Every year there are a number of films and actors who get snubbed at the Academy Awards. I only complain when it’s really, really egregious because the fact is, when you’re talking about a snubbed film or star and someone counters with “alright, who would you bump out then?” it becomes a little more difficult. This year is no different. There are some truly incredible films nominated for Best Picture. There are also a few that might feel a little hard done by. Having just seen the film, I would argue that A Most Violent Year could be one of them.
An immigrant chasing the American Dream in a big city is not exactly original subject matter. In this case, we follow Oscar Isaac’s character, Abel Morales, who is looking to grow his fuel empire in 1981 New York. He, along with his wife Anna (Jessica Chastain) and attorney (Albert Brooks) he signs a contract which involves him putting down a 40% down payment on a massive riverside oil terminal that will guarantee success, but with the stipulation that if he doesn’t pay the other 60% in 30 days, he loses his money and the terminal. A risky move. The film then follows his quest to get the money, legitimately, despite violence and corruption taking place within his industry and the shadow of his wife’s mobster father looming over him and his desire to follow a morally sound path.
It’s a different take on the central leading man, ruling over his empire character. Usually audiences have been used to a man who is a criminal. An anti-hero. Or we see a character like Michael Corleone sink into evil and violence. This is a different man. This is a man who really, really wants to succeed and build his empire without succumbing to the pressures that continue to weight on him. It is a character that dominates this story, and without an incredible performance, the film would crumble. Fortunately, Oscar Isaac was up to the task. It’s the performance of his career, even outdoing his work on Inside Llewyn Davis. He was incredible. His conviction is clear and his resolve is strong, and Isaac creates a character we really want to pull for. At every junction and opportunity for him to stray from the good path, we urge him not to. We see his conviction and we want to believe that his way can work. His fiery interactions with his wife, who is from a much darker side of life, show us the passion he has. One scene where he is giving some young, newly hired salesman a pep talk on how to close a sale is absolutely incredible and riveting. One of the finest speeches in a film this year, delivered with power, but incredible restraint that makes it all the more believable.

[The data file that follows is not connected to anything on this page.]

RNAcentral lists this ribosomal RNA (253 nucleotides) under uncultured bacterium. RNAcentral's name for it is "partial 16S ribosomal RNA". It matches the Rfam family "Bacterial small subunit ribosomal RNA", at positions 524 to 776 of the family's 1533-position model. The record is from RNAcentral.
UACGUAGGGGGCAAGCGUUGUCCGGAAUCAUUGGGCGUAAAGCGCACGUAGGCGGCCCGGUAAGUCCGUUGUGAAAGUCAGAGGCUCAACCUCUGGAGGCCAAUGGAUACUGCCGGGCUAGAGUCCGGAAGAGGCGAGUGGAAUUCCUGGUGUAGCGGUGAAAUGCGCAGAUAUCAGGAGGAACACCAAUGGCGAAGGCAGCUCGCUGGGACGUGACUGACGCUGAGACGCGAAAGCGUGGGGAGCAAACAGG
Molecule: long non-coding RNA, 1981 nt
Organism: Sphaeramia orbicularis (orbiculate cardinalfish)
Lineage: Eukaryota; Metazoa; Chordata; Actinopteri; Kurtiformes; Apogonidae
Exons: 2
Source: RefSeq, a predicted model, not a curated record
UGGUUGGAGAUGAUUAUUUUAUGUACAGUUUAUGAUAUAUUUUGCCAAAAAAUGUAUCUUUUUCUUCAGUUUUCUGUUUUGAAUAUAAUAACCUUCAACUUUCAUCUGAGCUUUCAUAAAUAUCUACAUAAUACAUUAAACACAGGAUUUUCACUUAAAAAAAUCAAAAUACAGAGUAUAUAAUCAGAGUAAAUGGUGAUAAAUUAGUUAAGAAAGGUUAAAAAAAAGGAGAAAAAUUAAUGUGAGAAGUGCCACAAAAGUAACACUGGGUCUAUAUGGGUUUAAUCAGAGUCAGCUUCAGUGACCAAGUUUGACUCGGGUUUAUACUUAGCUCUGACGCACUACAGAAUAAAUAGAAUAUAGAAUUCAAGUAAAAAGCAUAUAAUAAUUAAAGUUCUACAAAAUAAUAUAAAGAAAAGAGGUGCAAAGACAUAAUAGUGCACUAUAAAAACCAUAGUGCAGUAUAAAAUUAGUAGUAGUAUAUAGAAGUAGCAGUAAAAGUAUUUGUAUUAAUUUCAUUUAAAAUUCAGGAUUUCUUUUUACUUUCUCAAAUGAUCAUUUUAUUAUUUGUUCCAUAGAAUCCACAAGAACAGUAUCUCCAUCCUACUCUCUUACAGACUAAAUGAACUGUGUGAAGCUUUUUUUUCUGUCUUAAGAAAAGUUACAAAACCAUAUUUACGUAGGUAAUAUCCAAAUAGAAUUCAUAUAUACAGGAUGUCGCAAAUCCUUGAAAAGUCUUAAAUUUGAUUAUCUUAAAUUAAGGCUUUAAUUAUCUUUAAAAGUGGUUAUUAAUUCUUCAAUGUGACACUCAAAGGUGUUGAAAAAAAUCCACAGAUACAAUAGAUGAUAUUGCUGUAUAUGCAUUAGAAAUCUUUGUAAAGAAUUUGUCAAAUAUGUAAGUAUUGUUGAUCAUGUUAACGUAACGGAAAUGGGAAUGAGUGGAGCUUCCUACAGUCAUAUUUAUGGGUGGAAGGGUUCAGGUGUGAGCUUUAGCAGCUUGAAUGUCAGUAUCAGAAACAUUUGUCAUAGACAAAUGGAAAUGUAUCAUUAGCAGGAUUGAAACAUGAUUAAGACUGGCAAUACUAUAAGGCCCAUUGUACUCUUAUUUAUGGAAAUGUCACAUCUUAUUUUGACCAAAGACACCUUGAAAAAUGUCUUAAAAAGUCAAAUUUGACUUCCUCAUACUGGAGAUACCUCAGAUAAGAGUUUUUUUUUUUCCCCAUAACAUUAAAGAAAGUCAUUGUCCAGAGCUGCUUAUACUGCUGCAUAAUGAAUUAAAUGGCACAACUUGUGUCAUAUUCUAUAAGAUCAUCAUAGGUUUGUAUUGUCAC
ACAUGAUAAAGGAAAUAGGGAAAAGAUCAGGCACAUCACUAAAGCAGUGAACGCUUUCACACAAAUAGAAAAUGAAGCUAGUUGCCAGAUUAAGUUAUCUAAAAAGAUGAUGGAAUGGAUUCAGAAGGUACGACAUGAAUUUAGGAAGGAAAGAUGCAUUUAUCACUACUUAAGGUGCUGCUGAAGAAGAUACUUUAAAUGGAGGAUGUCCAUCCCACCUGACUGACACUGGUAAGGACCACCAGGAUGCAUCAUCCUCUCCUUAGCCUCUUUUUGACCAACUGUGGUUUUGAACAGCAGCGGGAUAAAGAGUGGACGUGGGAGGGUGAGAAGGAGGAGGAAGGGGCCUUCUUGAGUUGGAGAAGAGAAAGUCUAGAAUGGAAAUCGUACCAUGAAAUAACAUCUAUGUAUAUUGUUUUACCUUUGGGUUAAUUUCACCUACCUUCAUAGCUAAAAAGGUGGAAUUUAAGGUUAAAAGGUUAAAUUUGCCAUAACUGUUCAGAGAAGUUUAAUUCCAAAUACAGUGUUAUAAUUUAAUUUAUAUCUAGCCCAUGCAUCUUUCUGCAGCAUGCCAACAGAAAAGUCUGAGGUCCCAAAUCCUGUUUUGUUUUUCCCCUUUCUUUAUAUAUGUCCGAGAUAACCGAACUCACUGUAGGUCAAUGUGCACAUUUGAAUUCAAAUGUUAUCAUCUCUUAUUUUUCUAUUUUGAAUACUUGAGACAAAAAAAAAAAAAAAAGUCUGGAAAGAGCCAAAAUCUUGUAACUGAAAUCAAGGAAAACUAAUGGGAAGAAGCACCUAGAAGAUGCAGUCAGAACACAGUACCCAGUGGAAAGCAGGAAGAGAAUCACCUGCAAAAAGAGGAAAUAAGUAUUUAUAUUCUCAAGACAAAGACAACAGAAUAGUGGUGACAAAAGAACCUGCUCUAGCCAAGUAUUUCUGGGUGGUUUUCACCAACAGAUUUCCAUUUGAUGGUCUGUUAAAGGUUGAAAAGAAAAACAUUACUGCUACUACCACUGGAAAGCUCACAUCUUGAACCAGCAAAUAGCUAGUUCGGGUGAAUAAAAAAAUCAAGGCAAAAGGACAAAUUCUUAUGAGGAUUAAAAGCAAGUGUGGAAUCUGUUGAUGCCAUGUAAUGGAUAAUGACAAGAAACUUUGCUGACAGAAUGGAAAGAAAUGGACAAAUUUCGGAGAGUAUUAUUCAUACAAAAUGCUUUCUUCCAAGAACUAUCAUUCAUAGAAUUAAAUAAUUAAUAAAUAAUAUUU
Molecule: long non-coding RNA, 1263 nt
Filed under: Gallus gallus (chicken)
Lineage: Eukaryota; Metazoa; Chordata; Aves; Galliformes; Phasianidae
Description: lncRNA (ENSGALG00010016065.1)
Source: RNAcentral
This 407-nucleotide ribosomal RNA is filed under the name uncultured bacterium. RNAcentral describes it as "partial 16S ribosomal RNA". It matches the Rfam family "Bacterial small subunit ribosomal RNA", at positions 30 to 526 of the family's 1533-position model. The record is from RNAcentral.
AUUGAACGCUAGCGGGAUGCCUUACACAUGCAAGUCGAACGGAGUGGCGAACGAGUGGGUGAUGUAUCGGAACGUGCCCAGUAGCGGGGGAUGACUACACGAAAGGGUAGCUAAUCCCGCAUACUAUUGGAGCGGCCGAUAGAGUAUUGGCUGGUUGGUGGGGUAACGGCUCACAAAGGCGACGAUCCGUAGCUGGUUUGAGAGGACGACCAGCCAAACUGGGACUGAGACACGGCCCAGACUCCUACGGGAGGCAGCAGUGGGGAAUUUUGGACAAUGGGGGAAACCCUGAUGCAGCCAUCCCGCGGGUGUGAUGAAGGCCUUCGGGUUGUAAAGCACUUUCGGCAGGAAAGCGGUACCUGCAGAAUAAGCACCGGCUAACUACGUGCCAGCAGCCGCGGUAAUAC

Alongside Isaac is a powerful performance from Jessica Chastain as the wife who stands by her husband’s side but also tempts him to the ‘easier’ route of crime and force. It’s a character that isn’t as complex and doesn’t give Chastain the same challenge as Isaac, but she’s as good as always. The character is not the usual ‘bad wife’ in that she is clear cut on one side. Chastain creates a woman who partly wants her husband to do it his way, and seems to be inspired by his conviction, but at other times wishes he would do what she deems is necessary. A symbolic scene involving a recently hit deer on the road showcases just what she is willing to do, where he may not be. The supporting performances from David Oyelowo as a District Attorney seeking to bring charges down on Abel’s company, and Albert Brooks as the lawyer, in a Robert Duvall in the Godfather type role are very strong in their time on screen.